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POP/ROCK

Paul McCartney, "McCartney III" (Capitol)

This is the third in a trilogy of records on which McCartney plays all the instruments and handles all the vocals. "McCartney," his first solo record from 1970, signaled the breakup of the Beatles, and "McCartney II" followed in 1980.

“III” by Paul McCartney

"Seize the Day" is the standout with the most Beatles-esque groove as Sir Paul offers some inspiration at the end of a bleak year. The unreleased 1990s track "Winter Bird/When Winter Comes" is a refreshingly simple, and simply delightful, take on farm life that could have easily fit on 1971's "Ram." McCartney even still hits the high register on the charming "Kiss of Venus."

McCartney also gives us the unfortunately titled "Lavatory Lil," which has a nice hooky groove and a fun vibe. This is no "Lovely Rita" or "Polythene Pam." Then there's "Deep Down" with the 78-year-old McCartney fantasizing about partying all night long. And the eight-minute-plus "Deep Deep Feeling" could have used a deep, deep edit. "McCartney III" is a record that grows on you with repeated listens.

Scott Bauer, Associated Press

Elton John, "Jewel Box" (EMI)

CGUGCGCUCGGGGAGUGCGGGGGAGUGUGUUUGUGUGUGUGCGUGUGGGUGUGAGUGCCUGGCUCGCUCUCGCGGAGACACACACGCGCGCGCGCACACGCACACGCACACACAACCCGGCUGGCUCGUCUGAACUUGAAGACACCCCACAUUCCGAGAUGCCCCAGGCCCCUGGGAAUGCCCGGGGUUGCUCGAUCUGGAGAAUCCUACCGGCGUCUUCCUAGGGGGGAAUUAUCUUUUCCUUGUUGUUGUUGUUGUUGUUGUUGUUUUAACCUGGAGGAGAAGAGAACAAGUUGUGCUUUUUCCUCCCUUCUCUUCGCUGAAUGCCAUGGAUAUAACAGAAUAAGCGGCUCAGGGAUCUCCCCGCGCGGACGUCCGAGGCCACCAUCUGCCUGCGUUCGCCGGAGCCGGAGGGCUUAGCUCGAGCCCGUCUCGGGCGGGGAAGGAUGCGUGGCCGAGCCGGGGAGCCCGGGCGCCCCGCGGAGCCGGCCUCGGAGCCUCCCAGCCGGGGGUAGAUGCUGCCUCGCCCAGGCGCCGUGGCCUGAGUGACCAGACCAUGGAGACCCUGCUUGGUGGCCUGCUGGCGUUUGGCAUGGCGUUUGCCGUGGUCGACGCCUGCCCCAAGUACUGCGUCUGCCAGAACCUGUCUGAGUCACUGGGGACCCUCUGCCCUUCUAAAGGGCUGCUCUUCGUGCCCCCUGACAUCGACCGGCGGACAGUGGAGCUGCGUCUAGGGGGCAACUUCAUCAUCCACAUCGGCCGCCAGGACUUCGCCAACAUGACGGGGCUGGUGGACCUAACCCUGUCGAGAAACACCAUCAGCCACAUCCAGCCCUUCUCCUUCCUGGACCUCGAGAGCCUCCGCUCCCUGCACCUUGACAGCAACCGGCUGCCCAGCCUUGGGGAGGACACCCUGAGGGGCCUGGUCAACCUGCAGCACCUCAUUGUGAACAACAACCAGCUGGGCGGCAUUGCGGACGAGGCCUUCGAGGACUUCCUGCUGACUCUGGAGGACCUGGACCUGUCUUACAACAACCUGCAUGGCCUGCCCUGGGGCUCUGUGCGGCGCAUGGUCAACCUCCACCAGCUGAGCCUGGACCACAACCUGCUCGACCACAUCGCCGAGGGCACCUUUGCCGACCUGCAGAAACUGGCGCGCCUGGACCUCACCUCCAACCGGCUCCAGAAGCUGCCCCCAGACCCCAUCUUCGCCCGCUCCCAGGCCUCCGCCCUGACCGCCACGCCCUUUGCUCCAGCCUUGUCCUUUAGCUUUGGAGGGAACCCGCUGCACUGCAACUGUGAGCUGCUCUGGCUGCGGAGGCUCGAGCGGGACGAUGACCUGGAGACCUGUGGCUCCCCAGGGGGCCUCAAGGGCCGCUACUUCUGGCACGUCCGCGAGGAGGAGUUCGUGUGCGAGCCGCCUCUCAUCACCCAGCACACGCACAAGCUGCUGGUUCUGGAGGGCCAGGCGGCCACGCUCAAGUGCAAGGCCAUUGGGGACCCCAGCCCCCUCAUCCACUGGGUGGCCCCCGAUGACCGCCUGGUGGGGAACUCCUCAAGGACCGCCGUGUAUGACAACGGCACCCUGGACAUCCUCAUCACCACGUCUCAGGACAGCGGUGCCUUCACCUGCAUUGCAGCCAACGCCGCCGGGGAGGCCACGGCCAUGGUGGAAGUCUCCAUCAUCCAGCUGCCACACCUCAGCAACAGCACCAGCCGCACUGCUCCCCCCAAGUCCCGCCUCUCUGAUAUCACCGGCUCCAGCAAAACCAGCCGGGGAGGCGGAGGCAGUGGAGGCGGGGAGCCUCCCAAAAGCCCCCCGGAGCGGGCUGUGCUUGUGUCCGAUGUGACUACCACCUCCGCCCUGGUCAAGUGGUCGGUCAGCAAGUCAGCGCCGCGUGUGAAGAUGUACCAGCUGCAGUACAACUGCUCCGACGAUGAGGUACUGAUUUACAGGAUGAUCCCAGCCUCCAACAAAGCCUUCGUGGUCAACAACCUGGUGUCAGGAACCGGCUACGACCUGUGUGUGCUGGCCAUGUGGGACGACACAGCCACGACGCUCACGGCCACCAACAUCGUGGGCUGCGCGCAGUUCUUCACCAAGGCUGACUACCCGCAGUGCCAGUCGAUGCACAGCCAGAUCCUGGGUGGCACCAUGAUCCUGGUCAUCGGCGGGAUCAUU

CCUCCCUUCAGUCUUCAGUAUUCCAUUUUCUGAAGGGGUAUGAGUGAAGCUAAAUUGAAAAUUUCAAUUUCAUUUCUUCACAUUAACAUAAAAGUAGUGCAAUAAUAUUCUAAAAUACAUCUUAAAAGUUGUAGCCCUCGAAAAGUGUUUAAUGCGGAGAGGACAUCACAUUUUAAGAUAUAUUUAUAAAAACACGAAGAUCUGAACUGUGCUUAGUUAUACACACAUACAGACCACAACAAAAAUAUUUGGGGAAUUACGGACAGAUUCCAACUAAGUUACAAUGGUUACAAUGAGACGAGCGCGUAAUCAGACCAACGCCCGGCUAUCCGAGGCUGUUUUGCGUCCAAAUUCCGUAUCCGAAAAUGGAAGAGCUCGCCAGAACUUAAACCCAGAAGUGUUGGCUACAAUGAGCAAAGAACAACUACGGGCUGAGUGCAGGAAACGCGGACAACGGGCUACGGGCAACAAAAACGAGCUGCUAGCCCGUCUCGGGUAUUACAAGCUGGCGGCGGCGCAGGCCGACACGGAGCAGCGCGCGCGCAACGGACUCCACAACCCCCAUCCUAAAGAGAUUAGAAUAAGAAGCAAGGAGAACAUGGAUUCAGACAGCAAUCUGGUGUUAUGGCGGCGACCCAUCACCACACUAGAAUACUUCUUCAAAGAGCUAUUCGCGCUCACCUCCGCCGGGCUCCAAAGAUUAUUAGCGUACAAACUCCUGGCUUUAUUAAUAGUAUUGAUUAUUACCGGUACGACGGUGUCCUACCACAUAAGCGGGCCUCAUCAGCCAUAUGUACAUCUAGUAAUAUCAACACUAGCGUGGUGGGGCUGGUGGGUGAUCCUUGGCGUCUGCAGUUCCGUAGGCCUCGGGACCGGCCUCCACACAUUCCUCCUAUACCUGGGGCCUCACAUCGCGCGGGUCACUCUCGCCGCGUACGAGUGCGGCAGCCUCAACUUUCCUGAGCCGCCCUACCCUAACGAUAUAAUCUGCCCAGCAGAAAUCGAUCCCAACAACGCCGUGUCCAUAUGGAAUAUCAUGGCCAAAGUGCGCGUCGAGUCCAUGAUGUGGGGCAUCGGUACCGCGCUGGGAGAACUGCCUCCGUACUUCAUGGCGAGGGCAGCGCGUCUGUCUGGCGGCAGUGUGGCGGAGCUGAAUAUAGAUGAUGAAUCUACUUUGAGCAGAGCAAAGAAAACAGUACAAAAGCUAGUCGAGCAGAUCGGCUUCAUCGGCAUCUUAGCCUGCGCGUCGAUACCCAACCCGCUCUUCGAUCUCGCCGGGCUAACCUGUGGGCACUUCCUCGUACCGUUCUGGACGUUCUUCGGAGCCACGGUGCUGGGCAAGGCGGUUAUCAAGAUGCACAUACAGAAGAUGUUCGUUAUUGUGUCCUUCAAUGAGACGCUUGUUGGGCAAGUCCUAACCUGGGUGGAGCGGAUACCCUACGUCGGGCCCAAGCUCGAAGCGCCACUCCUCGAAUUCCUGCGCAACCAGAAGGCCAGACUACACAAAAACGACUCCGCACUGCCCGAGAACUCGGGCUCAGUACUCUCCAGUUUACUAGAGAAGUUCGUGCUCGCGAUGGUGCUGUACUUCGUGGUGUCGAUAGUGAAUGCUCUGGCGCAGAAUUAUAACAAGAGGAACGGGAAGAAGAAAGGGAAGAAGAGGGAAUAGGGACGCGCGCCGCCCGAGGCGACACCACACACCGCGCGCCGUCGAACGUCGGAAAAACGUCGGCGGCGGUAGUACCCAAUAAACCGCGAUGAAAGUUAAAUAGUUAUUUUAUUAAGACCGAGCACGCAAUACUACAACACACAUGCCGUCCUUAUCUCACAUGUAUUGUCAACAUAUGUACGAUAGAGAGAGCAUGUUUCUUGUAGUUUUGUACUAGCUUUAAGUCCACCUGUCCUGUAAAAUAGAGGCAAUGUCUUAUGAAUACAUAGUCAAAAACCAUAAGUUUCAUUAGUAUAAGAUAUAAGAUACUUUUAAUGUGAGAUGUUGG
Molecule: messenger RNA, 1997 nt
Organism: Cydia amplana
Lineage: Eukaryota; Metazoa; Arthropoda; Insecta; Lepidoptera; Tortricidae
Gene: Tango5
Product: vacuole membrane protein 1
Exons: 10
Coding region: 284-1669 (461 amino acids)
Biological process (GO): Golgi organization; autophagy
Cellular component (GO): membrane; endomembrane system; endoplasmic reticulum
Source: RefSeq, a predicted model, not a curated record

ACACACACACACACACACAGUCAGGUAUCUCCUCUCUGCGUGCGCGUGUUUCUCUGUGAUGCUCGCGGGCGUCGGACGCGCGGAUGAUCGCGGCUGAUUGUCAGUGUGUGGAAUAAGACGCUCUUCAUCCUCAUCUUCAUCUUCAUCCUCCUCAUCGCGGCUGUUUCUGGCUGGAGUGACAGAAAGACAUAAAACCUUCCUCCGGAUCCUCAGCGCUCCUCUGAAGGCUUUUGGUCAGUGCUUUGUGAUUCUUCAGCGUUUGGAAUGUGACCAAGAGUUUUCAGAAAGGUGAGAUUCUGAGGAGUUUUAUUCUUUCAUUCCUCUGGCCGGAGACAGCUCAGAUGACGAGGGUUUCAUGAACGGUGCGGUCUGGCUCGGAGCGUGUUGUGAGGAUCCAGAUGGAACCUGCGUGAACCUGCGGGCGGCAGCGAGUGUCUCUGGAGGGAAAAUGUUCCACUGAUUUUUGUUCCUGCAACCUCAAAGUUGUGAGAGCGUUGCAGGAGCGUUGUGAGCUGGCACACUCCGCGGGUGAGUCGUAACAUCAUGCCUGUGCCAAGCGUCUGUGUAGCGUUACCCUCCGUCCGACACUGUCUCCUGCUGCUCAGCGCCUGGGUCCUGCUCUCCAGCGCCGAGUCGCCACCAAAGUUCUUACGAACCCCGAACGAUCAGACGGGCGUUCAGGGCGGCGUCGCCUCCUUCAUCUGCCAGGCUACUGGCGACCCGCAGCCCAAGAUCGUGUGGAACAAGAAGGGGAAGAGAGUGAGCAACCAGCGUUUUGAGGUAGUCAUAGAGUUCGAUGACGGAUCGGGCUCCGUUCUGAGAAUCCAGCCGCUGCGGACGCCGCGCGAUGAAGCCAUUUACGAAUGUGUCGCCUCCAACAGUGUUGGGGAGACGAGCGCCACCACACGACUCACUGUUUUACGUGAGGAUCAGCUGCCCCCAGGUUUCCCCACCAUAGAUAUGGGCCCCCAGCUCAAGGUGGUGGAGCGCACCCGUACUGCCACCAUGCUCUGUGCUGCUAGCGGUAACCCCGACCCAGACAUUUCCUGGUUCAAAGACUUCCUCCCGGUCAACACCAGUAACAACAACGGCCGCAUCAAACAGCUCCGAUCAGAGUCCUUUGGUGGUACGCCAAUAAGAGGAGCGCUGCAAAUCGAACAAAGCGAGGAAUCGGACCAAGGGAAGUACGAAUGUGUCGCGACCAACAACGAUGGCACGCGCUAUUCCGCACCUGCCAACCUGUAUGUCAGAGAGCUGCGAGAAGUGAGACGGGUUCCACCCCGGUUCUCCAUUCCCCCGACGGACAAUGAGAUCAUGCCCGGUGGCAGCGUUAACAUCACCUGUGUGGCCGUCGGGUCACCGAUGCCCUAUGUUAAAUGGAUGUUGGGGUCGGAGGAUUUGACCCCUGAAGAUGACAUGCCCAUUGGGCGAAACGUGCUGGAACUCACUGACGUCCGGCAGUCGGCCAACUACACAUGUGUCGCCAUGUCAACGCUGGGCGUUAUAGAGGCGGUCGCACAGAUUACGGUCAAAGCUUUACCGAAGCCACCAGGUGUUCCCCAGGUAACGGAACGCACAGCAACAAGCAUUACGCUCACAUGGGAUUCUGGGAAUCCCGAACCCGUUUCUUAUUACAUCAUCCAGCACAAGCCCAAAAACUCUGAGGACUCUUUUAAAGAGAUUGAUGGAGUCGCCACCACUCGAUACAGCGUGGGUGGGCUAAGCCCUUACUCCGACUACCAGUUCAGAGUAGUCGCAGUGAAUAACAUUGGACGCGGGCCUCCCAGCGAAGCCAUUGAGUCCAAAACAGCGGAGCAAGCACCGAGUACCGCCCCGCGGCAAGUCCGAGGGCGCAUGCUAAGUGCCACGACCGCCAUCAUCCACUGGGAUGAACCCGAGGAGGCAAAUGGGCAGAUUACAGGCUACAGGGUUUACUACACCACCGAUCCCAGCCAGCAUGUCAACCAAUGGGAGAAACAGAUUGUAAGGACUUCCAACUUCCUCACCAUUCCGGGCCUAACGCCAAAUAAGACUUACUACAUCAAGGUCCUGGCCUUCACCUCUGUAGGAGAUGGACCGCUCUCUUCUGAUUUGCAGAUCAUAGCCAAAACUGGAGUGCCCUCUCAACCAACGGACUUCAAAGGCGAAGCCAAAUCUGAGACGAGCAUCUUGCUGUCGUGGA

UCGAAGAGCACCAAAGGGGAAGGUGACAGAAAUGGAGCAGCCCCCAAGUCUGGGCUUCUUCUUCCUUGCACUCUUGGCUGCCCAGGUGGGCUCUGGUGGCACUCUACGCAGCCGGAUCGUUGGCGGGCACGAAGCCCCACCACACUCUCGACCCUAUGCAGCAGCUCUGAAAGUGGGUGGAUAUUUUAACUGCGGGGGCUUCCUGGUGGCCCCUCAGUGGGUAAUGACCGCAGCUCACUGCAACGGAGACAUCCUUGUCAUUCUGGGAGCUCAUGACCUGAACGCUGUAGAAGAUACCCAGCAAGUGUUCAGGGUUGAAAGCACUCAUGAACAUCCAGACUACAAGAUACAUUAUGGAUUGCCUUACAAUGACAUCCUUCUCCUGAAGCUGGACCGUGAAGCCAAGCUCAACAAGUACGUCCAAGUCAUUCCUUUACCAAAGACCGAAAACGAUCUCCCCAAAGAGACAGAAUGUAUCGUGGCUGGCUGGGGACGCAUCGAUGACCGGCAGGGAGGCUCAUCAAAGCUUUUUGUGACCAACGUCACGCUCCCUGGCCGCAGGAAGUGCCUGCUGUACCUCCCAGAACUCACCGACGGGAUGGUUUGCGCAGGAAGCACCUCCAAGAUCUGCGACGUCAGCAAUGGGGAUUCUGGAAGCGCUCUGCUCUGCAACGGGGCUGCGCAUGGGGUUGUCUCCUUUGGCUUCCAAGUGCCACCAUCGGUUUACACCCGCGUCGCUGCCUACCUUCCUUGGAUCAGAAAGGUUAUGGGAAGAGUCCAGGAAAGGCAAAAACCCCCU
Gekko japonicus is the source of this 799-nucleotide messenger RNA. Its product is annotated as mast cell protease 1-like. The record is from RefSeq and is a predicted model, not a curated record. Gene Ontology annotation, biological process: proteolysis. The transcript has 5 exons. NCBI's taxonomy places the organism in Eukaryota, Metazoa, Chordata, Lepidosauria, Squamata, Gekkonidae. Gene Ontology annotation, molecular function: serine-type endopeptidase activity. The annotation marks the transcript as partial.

Clocking in at a whopping nine hours and 58 minutes, this super-deluxe set was personally curated by Sir Elton, designed for dedicated fans, not casual listeners. No fewer than 65 of the 148 songs on this eight-CD set are released here for the first time, including a panoply of demo recordings John made between 1965 and '71. He mixes these with a generous assortment of solo hits, deep album cuts and two discs of B-sides from his many singles.

"Scarecrow," from 1967, is the first song John and lyricist Bernie Taupin wrote together. Selections from an abandoned album project, "Regimental Sgt. Zippo," indicate just how influenced John and Taupin were by the Beatles during that band's most psychedelic period. Other pieces, such as the zippy "Sing Me No Sad Songs" and the baroque ballad "Tartan Coloured Lady," find John confidently working through different musical phases as he finds and hones his musical identity.

George Varga, San Diego Union-Tribune

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